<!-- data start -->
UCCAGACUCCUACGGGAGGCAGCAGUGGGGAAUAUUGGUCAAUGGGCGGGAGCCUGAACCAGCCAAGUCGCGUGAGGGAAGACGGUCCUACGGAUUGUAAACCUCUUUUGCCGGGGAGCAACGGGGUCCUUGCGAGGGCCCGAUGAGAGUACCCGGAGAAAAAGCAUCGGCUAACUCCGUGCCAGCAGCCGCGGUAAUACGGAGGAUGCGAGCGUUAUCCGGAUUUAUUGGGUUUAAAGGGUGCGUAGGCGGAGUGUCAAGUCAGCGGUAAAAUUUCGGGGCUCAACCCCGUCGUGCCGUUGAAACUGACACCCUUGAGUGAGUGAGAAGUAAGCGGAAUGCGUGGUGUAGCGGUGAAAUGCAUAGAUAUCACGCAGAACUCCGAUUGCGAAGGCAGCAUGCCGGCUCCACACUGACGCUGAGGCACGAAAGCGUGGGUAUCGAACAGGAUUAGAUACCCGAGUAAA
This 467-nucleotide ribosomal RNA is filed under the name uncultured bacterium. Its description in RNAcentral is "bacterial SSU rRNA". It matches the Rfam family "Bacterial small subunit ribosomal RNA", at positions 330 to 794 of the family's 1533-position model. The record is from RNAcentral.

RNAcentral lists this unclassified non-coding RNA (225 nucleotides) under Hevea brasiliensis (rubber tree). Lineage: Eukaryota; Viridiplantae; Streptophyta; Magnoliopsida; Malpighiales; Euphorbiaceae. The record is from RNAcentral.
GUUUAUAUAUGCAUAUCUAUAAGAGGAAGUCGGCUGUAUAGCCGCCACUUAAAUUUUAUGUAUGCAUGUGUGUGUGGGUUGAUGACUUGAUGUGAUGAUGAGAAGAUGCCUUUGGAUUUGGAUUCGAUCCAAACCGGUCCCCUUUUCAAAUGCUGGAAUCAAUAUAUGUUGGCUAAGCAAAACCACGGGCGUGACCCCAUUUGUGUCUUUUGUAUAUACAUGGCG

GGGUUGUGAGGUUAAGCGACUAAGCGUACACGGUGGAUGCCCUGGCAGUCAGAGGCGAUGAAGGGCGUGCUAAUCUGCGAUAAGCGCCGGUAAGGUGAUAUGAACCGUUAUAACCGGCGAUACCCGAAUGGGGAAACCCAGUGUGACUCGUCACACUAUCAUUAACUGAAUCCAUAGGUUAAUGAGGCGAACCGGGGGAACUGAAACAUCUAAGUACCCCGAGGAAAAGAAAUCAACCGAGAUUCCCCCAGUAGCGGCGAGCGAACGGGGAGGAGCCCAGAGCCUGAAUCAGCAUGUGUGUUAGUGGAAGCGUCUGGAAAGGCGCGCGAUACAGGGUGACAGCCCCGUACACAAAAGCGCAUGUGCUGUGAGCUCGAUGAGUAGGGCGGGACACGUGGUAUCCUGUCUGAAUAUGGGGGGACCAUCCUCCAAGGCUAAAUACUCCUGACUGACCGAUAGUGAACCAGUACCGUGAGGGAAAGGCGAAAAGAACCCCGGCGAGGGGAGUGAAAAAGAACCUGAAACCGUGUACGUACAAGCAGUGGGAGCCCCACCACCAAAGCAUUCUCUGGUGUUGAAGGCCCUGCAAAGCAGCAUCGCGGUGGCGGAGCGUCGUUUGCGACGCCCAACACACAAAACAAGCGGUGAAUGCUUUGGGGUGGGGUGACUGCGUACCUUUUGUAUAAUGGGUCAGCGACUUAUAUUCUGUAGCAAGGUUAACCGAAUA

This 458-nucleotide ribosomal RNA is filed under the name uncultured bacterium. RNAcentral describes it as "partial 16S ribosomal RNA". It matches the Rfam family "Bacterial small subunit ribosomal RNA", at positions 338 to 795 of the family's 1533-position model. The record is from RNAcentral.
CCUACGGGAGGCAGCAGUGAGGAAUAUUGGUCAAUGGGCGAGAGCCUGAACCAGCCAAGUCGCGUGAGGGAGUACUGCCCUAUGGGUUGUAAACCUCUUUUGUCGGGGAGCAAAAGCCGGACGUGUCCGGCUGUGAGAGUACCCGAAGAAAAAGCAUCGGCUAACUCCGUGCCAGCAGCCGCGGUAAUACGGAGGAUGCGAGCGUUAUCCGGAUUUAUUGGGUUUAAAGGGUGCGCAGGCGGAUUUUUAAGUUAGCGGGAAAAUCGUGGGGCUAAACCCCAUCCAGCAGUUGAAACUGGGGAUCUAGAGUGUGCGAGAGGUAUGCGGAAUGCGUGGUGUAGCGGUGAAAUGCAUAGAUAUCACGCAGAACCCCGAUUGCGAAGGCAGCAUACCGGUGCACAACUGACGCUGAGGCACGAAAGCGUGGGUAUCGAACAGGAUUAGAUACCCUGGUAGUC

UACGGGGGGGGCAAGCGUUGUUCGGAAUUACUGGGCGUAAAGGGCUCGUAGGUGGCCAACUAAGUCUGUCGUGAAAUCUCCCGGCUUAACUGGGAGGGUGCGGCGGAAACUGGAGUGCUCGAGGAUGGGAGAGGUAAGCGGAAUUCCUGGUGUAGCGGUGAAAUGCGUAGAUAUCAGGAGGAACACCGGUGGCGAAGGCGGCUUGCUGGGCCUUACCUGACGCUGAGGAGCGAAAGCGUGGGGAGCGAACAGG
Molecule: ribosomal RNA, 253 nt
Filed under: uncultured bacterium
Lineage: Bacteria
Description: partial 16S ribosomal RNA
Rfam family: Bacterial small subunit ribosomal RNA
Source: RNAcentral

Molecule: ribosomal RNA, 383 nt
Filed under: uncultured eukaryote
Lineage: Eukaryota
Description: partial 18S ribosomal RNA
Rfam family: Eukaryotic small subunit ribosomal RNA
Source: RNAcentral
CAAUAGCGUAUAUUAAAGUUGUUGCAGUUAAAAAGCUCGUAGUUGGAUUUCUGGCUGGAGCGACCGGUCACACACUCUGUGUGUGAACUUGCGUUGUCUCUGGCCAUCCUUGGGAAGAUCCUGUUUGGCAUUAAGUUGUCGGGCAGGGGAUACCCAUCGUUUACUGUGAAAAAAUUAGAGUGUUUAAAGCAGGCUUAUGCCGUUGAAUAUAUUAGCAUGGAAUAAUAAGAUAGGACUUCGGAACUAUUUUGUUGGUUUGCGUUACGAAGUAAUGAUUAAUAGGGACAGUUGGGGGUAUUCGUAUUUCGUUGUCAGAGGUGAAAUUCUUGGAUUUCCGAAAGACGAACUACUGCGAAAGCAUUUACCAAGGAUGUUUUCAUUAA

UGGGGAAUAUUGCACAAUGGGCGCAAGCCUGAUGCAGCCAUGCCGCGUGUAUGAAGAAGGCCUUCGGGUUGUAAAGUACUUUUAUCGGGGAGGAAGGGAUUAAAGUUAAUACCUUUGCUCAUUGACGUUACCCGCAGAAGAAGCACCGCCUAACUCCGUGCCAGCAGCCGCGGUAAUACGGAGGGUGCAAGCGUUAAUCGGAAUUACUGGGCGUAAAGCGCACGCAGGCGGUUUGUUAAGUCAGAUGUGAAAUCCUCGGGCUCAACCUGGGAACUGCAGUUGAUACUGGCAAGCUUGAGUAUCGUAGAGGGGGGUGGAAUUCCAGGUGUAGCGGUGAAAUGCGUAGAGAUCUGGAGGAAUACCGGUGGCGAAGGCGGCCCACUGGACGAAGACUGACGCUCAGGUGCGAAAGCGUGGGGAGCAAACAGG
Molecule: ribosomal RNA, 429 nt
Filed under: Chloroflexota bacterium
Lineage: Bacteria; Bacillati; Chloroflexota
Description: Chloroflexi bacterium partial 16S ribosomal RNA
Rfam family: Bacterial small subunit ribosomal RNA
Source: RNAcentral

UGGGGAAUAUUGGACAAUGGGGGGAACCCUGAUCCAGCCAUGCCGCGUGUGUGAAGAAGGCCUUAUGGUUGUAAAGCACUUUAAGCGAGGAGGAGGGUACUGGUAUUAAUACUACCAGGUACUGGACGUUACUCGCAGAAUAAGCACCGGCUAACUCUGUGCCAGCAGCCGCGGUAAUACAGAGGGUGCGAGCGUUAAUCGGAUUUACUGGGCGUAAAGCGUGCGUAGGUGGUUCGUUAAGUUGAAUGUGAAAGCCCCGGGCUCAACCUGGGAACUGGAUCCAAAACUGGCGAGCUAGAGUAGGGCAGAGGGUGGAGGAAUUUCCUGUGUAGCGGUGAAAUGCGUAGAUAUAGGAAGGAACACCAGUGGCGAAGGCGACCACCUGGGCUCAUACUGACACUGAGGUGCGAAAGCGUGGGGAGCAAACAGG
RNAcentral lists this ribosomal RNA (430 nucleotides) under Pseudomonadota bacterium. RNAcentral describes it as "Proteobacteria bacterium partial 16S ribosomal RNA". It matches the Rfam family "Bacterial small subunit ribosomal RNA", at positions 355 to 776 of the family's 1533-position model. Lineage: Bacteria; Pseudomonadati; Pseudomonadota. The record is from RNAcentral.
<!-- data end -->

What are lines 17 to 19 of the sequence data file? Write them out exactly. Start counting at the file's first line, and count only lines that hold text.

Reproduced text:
Lineage: Eukaryota
Description: partial 18S ribosomal RNA
Rfam family: Eukaryotic small subunit ribosomal RNA